Outdoor: Llamas carry on nicely for high-country hikers

Posted: Thursday, August 31, 2000

GOLDEN, Colo. (AP) -- They shoulder the load, offer companionship, inspire the kids and open the door to the great outdoors. A llama can be a hiking family's best friend.

So say area llama ranchers, who began their businesses after turning to the South American pack animals to get their own families into the wilderness.

Without llamas or other pack animals, families with young children either cannot pack everything or they are uncomfortable, said Jerry Dunn of Bear Track Farm in Golden.

''You can take all kinds of food for the kids, like fresh fruits and vegetables,'' said Dunn, who does not rent her llamas for backpacking trips. ''You can take along large enough tents for the whole family. And some people have developed carriers to put their kids on the sides of the llamas.''

While his llamas often are leased for governmental backcountry work or fall recreational hunts, Stan Ebel of Buckhorn Llama Co. said families make up the bulk of the summer business at his 200-llama ranch in Masonville. ''It makes the trip possible for them,'' he said.

Llamas can carry from one-fourth to one-half their weight, depending upon their conditioning and how difficult the trek. Full-grown males usually weigh about 300 pounds and are the designated packers. Females are pregnant for more than 11 months at a time, leaving little opportunity to pack.

If they are overloaded, llamas have been known to lie down on the trail and refuse to budge. ''They're smart. If it's too much, they'll sit down and say, 'OK, I'm not going,''' said Jan Redenbarger of Winding Trail Llamas in Golden.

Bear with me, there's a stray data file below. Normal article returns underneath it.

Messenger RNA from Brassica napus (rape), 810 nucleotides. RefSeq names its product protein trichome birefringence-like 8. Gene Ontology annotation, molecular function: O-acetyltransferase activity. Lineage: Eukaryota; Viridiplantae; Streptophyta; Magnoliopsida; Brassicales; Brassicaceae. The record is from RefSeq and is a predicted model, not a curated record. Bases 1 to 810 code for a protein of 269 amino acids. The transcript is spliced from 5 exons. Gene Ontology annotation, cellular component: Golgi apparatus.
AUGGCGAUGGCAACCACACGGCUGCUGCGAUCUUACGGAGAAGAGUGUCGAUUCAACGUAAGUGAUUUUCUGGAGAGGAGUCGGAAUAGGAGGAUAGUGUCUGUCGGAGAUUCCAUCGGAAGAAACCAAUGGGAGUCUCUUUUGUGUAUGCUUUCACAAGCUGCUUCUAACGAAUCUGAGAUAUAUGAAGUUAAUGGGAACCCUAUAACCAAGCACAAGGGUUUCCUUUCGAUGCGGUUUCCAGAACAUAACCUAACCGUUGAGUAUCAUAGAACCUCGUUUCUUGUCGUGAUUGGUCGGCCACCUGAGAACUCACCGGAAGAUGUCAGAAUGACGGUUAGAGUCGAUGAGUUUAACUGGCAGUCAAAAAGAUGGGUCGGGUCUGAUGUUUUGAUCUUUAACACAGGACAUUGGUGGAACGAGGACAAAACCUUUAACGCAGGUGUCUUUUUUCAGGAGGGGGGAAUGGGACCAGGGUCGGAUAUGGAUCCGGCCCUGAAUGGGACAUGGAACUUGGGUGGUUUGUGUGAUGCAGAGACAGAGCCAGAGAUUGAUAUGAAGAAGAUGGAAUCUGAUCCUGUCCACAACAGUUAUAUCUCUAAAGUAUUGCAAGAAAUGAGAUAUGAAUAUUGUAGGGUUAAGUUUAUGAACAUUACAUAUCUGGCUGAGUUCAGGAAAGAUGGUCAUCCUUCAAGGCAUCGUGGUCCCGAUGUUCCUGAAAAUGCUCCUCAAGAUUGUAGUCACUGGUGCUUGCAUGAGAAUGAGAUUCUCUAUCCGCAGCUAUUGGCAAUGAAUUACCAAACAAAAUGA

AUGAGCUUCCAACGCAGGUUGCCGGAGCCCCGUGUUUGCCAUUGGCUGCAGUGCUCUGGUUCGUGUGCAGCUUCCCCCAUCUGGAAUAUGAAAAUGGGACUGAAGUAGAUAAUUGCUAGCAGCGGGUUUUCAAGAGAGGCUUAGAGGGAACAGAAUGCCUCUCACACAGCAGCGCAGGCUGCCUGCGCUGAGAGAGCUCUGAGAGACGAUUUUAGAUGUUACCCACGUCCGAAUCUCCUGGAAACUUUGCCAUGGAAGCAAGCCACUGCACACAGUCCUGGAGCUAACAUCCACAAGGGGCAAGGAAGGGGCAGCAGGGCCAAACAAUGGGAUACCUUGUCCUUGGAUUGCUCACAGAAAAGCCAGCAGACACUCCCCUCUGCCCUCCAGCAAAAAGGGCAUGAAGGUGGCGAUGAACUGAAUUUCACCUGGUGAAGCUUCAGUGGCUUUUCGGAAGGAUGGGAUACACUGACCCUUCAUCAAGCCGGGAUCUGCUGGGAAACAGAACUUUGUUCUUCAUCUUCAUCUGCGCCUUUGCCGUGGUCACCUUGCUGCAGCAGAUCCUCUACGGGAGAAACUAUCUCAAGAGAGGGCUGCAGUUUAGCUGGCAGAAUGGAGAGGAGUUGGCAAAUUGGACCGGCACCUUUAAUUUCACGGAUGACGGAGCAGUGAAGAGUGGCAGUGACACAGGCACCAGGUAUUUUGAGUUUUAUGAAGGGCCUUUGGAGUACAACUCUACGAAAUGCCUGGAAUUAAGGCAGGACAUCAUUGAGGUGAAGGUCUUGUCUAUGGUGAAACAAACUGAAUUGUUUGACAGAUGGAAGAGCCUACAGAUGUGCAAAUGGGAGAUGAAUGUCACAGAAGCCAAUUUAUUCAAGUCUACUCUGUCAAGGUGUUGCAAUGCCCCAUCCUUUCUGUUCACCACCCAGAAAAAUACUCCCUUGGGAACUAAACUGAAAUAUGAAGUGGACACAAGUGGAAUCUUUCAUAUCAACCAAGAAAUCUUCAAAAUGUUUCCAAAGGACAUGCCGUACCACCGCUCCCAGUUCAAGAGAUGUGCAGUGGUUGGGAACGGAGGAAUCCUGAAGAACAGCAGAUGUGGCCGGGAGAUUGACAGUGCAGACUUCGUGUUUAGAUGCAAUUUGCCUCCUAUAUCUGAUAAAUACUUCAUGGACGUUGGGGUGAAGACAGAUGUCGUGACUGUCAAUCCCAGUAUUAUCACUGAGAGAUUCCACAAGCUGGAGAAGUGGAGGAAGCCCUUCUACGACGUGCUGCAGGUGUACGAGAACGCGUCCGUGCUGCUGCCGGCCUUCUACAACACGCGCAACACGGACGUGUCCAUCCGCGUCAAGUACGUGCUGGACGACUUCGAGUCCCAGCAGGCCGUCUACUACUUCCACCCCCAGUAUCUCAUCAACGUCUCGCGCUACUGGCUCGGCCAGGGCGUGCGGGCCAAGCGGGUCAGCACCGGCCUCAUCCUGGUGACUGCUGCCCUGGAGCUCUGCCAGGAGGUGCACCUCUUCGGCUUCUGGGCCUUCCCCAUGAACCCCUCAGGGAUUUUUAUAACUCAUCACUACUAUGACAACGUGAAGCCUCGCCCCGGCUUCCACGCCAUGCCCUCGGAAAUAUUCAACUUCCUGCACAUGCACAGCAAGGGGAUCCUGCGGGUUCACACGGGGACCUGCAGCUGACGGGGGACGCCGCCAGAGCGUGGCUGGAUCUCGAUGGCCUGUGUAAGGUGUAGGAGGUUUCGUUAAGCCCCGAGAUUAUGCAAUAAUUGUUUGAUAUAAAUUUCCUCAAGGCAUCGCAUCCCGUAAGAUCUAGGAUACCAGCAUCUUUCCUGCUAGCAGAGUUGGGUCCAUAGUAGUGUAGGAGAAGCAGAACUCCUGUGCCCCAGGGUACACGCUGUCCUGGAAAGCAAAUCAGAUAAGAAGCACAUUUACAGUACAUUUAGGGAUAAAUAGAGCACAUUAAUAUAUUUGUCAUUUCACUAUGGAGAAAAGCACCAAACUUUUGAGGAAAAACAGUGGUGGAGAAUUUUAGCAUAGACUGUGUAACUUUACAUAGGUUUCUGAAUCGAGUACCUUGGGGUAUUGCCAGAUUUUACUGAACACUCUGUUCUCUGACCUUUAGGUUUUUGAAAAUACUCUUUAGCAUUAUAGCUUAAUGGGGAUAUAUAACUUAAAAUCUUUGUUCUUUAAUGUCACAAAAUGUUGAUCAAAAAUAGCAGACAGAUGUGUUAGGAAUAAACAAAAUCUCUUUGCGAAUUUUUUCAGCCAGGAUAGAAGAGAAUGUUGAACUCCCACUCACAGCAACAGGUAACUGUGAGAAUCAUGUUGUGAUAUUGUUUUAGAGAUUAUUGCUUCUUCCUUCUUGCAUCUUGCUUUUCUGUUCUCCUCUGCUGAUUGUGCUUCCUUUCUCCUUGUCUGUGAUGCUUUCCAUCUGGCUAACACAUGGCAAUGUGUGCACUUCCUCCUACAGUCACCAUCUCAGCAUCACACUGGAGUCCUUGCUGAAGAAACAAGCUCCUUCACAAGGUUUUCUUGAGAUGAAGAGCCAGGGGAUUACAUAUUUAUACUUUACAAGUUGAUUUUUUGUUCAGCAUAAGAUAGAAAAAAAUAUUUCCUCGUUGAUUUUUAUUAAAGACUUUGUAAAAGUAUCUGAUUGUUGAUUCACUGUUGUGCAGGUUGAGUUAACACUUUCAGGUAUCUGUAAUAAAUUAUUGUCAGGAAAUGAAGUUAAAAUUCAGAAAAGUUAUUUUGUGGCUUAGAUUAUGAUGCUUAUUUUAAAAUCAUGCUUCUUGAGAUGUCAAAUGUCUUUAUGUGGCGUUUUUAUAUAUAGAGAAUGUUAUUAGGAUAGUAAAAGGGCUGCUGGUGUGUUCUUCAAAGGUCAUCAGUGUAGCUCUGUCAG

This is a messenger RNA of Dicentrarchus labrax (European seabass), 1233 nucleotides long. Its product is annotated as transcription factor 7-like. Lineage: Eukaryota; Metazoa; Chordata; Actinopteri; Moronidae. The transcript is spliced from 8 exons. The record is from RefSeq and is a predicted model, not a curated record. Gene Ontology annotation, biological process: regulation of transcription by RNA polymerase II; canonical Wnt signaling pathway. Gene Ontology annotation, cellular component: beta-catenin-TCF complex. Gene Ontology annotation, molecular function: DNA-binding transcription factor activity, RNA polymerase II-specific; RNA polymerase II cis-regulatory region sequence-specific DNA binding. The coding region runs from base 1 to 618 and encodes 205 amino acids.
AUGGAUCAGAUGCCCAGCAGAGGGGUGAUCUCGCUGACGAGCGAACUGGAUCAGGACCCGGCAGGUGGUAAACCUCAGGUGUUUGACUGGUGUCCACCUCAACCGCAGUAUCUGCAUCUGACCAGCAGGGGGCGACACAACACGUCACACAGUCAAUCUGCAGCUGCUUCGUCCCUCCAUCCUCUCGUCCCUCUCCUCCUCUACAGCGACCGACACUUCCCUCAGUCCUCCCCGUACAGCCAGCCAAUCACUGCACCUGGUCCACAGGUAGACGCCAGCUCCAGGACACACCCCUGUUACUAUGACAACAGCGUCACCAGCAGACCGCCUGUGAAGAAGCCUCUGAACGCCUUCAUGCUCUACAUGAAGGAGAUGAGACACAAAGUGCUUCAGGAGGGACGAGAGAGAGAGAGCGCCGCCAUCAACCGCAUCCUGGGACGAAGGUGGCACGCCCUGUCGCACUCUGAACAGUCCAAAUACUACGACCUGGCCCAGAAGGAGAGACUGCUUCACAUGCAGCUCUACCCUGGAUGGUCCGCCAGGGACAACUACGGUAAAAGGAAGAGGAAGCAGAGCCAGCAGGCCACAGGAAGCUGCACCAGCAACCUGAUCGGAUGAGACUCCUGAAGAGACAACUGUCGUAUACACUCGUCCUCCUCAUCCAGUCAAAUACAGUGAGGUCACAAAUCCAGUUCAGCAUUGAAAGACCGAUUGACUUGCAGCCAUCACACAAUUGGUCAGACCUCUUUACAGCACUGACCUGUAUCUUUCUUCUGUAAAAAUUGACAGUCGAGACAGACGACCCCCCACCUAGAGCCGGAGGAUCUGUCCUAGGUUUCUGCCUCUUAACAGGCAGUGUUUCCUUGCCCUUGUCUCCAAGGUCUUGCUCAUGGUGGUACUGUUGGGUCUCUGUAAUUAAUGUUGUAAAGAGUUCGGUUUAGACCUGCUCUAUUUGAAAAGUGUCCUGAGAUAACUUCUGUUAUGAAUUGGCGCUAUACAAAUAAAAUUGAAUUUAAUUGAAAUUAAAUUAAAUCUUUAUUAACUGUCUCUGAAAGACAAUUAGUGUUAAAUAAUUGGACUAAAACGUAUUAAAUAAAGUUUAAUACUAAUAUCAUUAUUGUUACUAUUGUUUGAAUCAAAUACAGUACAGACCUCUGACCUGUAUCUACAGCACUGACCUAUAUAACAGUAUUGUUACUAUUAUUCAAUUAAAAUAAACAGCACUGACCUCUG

Redenbarger and her husband turned to llamas when their kids were infants. ''We just couldn't resign ourselves to car camping for 10 years because we just love to get in the backcountry.''

Most owners ask clients not to ride the llamas, for liability or weight reasons, but some offer instructions, saddles and llamas that are used for child passengers.

''We don't encourage the riding other than just as a support,'' Ebel said, especially for a family not experienced with llamas.

Whether they are ridden or not, llamas often are fun for children, who are intrigued by the creatures, Ebel said. And while llamas are not often social with adults, they seem to sense something different with kids, he said.

''The llamas tend to recognize the kids as less of a threat, or less demanding, so they tend to be a little more open.

''I've had animals that are really unsocial and really difficult to even halter. The family comes back, and the kids are hanging off their necks. It's obvious there's been a real adjustment there.''

Redenbarger said the animals are easy to train and handle. ''They know what's expected of them, and they handle obstacles in the trail very well. They are really sure-footed, and they are also easy on the trail,'' she said, referring to their environmental impact.

Llamas have soft-padded feet, more like a deer's than a horse's. The animals eat native vegetation, so food for them does not have to be packed. Related to camels, llamas can go for days without water, which can be helpful in dry Colorado backcountry.

Redenbarger said llamas' reputation for spitting probably stems from petting and other zoos where they were not well treated and thus spit on people. But well-treated animals rarely spit on humans, she said.



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